Pepper the robot bows after it preached to visitors during a demonstration of funeral ceremony with a Buddhist priest in Tokyo in 2017. EPA-EFE/KIMIMASA MAYAMA

Why robots can be culturally insensitive – and how scientists are trying to fix it

Stereotypes can creep in if ‘culturally sensitive’ robots are not designed with great care.

Masoumeh Mansouri, Associate Professor, School of Computer Science, University of Birmingham • conversation
April 15, 2024 6 minSource

A robot is chatting to an elderly British man in his bedroom. The robot has a cheery demeanour and a pleasantly high-pitched voice.

The robot – perhaps because of the man’s age – starts asking him about his memories of the second world war: “Please tell me what was the most difficult thing you and your family had to go through?” The elderly man goes on to talk about how his father was in the Royal Air Force and they didn’t see him for almost four years.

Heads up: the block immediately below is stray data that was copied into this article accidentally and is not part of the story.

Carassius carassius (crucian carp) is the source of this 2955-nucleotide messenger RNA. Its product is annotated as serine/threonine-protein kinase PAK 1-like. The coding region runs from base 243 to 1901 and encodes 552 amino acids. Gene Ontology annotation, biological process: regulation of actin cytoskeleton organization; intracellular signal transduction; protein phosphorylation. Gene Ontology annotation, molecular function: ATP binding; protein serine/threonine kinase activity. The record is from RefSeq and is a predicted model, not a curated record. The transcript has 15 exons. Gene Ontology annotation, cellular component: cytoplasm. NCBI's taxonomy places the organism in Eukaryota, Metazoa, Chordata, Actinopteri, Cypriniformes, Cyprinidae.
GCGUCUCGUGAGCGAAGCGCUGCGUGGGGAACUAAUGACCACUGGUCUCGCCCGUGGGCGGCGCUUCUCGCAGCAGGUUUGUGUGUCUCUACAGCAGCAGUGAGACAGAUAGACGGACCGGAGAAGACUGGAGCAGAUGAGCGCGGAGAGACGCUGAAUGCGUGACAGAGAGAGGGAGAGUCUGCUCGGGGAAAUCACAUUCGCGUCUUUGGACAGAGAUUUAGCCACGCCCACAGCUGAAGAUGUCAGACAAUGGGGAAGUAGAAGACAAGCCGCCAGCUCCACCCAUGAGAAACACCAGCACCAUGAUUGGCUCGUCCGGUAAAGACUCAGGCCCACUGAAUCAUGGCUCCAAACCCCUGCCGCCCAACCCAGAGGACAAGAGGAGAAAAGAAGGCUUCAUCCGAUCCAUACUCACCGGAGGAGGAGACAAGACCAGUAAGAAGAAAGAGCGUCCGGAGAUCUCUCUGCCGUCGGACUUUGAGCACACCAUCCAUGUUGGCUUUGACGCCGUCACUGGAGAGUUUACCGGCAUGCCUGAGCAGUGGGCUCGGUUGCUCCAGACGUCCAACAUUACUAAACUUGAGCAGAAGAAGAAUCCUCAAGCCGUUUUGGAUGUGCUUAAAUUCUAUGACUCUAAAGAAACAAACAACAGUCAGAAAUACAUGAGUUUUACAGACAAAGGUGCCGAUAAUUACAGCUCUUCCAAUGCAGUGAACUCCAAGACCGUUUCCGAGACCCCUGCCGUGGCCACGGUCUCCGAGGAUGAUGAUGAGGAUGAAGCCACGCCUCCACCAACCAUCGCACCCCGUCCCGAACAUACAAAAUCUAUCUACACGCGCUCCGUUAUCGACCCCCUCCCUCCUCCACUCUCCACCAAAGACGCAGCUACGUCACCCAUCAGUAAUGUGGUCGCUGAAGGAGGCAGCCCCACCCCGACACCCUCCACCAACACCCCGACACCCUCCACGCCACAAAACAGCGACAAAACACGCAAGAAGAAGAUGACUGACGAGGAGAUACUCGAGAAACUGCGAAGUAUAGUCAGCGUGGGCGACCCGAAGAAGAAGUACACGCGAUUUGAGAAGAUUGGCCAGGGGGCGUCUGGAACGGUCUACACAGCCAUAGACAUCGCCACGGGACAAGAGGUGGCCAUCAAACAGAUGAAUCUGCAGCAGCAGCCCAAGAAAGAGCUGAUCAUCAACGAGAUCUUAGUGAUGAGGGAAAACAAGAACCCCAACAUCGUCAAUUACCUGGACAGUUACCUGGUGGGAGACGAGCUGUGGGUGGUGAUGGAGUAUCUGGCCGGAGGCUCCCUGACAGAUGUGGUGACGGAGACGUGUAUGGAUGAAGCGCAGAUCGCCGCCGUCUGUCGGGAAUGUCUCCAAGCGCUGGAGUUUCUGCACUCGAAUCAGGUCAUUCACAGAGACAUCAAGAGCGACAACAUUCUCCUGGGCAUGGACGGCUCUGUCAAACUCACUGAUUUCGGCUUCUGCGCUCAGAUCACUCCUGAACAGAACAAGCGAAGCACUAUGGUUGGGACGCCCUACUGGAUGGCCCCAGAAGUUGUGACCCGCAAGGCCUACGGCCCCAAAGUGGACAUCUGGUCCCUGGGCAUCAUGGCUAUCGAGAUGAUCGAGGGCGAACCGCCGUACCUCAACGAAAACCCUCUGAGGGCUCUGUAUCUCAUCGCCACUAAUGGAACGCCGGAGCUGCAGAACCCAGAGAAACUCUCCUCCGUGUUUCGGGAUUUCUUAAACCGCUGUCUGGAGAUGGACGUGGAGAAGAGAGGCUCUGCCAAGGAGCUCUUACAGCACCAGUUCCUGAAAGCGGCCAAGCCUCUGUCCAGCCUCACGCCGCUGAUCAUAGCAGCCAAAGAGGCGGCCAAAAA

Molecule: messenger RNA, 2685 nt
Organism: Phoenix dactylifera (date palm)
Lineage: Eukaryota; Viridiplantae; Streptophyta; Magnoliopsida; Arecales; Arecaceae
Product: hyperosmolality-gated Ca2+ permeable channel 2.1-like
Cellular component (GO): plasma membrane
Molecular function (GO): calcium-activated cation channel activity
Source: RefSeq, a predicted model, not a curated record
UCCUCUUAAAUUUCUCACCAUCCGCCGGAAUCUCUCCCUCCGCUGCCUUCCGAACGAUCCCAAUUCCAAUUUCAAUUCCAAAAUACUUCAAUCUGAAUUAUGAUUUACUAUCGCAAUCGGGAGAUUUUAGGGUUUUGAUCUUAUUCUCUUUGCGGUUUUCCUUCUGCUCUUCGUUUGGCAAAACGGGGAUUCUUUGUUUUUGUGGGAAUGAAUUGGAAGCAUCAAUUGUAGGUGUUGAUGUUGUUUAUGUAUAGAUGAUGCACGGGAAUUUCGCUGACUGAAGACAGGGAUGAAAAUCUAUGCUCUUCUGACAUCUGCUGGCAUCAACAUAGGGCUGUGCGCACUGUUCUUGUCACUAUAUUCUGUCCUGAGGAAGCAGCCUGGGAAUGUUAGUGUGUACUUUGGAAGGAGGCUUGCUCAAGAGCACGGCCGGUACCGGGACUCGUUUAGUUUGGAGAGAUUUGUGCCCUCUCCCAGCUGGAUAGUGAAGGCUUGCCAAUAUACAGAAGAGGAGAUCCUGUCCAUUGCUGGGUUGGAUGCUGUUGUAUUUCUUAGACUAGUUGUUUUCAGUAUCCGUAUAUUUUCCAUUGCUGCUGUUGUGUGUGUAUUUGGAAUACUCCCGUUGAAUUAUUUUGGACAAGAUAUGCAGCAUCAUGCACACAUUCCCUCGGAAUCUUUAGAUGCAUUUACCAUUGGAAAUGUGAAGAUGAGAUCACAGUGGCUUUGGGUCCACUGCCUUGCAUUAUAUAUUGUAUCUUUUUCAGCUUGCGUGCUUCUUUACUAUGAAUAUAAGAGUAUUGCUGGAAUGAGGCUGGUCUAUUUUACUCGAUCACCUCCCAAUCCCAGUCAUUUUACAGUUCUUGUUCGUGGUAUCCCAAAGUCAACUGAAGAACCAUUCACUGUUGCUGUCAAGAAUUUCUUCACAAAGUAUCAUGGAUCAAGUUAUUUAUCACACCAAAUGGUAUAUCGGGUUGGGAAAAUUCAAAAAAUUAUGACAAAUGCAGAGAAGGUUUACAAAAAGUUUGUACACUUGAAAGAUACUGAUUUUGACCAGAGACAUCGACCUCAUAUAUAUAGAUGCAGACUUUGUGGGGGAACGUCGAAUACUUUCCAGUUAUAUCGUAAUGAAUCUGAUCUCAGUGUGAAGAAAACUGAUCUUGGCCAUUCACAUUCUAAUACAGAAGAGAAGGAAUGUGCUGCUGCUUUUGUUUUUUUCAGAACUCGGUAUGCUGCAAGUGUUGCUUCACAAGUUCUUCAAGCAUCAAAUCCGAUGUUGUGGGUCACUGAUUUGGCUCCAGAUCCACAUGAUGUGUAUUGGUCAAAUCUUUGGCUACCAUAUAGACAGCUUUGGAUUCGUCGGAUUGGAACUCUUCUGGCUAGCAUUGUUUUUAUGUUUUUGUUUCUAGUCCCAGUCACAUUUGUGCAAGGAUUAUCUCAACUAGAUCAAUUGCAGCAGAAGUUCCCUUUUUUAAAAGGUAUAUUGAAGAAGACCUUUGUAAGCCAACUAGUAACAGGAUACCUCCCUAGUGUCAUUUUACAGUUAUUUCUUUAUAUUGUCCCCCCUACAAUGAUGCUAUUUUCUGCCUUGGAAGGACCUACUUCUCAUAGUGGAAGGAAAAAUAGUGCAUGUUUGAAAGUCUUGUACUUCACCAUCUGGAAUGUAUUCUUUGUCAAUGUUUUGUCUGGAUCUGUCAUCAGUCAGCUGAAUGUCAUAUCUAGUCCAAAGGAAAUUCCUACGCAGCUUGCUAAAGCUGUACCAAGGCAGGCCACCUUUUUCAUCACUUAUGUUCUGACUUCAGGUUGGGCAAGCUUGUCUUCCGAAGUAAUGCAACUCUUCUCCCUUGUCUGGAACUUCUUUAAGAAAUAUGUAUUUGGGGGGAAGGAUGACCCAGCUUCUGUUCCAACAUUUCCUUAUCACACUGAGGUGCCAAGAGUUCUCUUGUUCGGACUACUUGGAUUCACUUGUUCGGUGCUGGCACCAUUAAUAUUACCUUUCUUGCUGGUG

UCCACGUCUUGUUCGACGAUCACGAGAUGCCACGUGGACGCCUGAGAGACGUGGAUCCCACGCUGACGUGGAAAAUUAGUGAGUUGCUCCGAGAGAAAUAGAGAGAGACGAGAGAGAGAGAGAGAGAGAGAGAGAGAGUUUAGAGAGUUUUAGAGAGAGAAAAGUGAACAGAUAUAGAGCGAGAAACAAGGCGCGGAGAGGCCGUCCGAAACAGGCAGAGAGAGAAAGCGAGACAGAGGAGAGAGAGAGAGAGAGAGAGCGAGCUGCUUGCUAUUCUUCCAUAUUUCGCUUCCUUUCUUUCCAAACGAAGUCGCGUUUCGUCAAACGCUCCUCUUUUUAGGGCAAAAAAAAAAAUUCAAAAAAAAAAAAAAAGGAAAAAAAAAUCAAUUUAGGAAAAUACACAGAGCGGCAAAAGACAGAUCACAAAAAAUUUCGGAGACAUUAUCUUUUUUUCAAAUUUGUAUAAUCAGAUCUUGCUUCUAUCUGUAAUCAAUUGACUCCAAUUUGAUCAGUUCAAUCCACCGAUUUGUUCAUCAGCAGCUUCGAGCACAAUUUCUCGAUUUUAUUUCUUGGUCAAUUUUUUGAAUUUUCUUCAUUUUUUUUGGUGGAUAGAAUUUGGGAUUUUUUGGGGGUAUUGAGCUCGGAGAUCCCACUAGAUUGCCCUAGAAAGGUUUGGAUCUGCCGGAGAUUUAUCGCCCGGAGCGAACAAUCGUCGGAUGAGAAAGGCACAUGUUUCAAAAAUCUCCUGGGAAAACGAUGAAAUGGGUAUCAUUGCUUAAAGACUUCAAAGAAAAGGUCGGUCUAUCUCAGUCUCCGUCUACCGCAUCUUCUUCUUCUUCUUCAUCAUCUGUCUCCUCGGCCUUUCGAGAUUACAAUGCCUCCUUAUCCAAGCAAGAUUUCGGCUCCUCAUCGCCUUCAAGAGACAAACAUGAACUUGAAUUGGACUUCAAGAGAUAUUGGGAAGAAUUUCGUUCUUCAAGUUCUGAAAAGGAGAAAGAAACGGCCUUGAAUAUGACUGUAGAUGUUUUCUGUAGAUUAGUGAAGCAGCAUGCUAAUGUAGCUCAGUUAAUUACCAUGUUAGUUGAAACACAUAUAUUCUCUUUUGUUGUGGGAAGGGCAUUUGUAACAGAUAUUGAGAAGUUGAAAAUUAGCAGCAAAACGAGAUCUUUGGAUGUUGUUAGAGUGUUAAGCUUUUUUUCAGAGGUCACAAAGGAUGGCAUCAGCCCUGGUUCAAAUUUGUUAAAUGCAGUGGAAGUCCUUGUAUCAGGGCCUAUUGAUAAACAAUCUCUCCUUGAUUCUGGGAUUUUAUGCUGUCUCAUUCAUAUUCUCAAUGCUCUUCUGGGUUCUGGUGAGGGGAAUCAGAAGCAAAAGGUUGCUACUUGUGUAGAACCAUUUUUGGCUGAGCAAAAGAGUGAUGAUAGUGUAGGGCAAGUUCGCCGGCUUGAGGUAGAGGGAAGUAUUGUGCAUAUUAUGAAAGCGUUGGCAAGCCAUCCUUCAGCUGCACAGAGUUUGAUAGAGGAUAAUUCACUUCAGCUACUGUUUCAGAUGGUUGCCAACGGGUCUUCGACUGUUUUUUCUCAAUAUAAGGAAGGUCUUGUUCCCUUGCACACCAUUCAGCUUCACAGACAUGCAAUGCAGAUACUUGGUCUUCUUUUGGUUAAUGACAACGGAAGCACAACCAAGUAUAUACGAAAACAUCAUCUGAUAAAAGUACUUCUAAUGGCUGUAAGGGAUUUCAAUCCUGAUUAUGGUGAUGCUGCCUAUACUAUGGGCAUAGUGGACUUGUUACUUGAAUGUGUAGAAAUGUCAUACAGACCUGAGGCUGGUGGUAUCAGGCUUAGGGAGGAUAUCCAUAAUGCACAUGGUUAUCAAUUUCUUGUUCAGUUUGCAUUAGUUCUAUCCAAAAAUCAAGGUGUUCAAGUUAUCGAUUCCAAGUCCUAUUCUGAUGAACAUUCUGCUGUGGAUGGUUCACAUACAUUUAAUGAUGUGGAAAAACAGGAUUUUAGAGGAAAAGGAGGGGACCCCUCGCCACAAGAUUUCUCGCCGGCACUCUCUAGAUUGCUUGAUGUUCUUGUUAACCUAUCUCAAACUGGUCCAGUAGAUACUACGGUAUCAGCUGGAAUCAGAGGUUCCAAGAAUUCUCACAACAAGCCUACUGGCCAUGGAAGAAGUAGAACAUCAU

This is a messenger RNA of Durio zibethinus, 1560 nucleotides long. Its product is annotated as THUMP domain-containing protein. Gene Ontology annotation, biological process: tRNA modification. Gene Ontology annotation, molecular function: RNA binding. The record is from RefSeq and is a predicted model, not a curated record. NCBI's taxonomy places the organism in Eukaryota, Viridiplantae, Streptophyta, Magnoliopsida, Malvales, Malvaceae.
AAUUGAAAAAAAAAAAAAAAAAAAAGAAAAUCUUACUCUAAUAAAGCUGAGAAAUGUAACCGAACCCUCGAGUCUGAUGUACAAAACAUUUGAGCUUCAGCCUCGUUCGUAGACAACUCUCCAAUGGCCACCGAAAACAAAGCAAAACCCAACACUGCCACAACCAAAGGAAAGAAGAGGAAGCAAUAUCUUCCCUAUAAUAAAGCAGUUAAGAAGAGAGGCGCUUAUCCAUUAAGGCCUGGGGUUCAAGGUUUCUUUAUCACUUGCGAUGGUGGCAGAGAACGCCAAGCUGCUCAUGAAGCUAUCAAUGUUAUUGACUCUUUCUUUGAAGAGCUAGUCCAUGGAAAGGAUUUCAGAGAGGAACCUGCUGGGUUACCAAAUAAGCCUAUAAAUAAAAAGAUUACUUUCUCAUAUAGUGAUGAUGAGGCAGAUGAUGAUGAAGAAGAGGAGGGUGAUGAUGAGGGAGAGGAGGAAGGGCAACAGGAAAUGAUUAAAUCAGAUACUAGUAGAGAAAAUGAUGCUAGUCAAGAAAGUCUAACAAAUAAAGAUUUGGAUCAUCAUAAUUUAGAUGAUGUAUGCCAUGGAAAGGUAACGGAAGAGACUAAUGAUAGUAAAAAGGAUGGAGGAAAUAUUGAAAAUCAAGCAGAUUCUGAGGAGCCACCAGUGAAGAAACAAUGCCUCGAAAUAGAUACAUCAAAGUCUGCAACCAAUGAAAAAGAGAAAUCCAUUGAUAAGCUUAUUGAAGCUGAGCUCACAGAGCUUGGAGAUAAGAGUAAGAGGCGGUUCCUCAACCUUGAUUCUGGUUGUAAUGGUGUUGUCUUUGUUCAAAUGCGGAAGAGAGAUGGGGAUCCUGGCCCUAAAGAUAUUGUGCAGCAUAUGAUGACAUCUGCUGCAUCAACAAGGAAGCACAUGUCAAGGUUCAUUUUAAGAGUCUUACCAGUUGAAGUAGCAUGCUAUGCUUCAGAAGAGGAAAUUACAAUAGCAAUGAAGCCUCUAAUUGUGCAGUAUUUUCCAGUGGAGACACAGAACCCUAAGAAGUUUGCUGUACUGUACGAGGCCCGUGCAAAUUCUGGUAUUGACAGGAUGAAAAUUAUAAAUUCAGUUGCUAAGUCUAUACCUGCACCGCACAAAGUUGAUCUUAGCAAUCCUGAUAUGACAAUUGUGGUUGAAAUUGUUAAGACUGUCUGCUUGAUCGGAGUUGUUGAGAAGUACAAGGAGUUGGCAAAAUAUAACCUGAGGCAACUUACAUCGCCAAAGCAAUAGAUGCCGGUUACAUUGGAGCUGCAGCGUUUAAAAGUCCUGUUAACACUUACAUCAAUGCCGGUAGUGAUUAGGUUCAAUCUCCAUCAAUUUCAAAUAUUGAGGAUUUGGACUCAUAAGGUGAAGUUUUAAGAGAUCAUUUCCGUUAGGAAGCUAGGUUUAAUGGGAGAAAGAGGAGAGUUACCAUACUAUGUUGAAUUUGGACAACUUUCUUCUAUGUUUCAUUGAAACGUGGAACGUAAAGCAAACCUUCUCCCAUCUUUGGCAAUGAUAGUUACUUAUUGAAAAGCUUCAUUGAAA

But why was a robot bluntly asking him about what may have been one of the most traumatic experiences he’s ever had? The robot’s behaviour was the product of the Caresses project (Culture-Aware Robots and Environmental Sensor Systems for Elderly Support).

This project fits into the new field of “cultural robotics”, which aims to design robots that can take into account the cultural background of the person they’re talking to, and adjust their behaviour accordingly. That’s why the robot is chatting about the war. The man was British, so it presumed he would be interested.

In the future, we can expect robots to be deployed more and more in our personal and social lives. There is currently active research into fields as diverse as delivery robots for supermarkets, entertainment robots, service robots for healthcare, fetching robots for warehouses, robots for dementia support, robots for people on the autism spectrum and care robots for the elderly.

There are even robot priests that can deliver blessings in five languages, and robot monks that can educate people about Buddhism.

Cultural stereotypes